Looking at economic news, US durable goods orders for March revealed a surge in the headline (+3.2% m/m following vs the 0.7% consensus f/c) thanks to a jump in aircraft orders which reversed weakness seen in February and January. Ex-aircraft orders were +0.3% m/m, still above a 0.2% estimate. But the more important non-defence capital goods orders ex-aircraft were weak at -0.4% and with a revised -0.7% (originally -0.1%) for February. The consensus for core capex was -0.1%. These data will act as a (very) partial drag to tomorrow’s advance GDP data where consumption will surge thanks to the warm January weather, only to be offset by investment and inventories.

Meanwhile in Germany, the economic ministry raised its 2023 GDP growth forecast for a second time, now 0.4%, up from 0.2% three months ago and the 0.2% contraction expected six months ago. The economic minister said “we now see that a gradual recovery is underway, despite a persistently difficult environment”.

Moving on to currencies, the USD is weaker in index terms (DXY -0.37%, BBDXY -0.19%), largely reflecting EU FX outperformance while commodity linked currencies are weaker with the AUD leading their declines. The aussie now trades at 0.6603, down 0.5% over the past 24 hours, after trading to overnight low of 0.6591.Yesterday the softer than expected Australia Q1 CPI report weighed on the AUD with declines in oil prices extending the pair’s decline overnight.

Yesterday, Asutralia’s Core Trimmed Mean Q1 CPI came in two-tenths less than market expectations at 1.2% q/q and 6.6% y/y (consensus 1.4/6.7, NAB 1.3/6.6). Headline inflation was a fraction above consensus at 1.4% q/q and 7.0% y/y, (consensus 1.3/6.9, NAB 1.3/7.0). The data confirmed the widely held expectation that Australian inflation peaked late last year (Q4 2022), but more importantly for markets the softer than expected outcome dowsed the possibility of the RBA hiking next week, extending the pause in the tightening cycle.  That being said, with inflation remaining uncomfortably high, the possibility of some further tightening later in the year remains elevated. Still, bond futures rallied after the result, with the 3-year and 10-year rates falling 6-7bps in yield terms, but unwinding much of that move overnight.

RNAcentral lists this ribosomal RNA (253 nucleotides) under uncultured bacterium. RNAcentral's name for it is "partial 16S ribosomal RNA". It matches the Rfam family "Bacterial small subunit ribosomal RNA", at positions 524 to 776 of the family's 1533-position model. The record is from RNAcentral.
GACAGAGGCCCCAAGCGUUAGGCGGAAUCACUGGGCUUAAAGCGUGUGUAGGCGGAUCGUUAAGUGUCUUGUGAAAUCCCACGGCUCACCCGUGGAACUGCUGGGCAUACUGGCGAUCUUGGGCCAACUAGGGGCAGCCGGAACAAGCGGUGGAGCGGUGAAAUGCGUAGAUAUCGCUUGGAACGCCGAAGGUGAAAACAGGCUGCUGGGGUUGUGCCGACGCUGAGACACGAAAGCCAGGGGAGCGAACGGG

A decline in oil prices (-3.7% Brent, -3.5% WTI) which came about notwithstanding a notable drop in US crude inventories, weighing on commodity linked currencies overnight, largely reflecting concerns of an upcoming global growth slowdown. NZD was not helped by the AUD’s decline, following a similar path and starts the new day at 0.6117 (down 0.36% over the past 24 hours) while CAD was -0.2%.

Meanwhile EU currencies outperformed with the euro trading to an overnight high of 1.1095 , its highest level in over a year, before sliding back to 1.1041 where it currently trades. GBP traded above 1.25 and currently sits around 1.2469.  JPY is up 0.16% with USD/JPY trading at ¥133.66 ahead of the BoJ meeting tomorrow.

Coming Up

  • This morning New Zealand gets the ANZ business confidence reading for April with our BNZ colleagues expecting to see still-weak activity indicators and hopefully further falls in the pricing indicators. Also this morning, Australia releases import and export prices for Q1, handy stats for estimating Australia’s Terms of trade over the period.
  • There are no major data releases out in Europe today, but the US gets its advanced Q1 GDP reading as well as initial jobless claims. For Q1 GDP consensus sees growth at 2.0% quarter annualised, while the Atlanta Fed GDP Now indicator is stronger at 2.5%. Weekly jobless claims – especially after a recent major revision – now point to the emergence of an uptrend in unemployment, but for this week the market is looking for some consolidation with 248k claims expected versus 245k last week.
  • US Company earnings calendar highlights for today include Mastercard pre-market open, Caterpillar during the day and Amazon and Intel after the bell.

Market Prices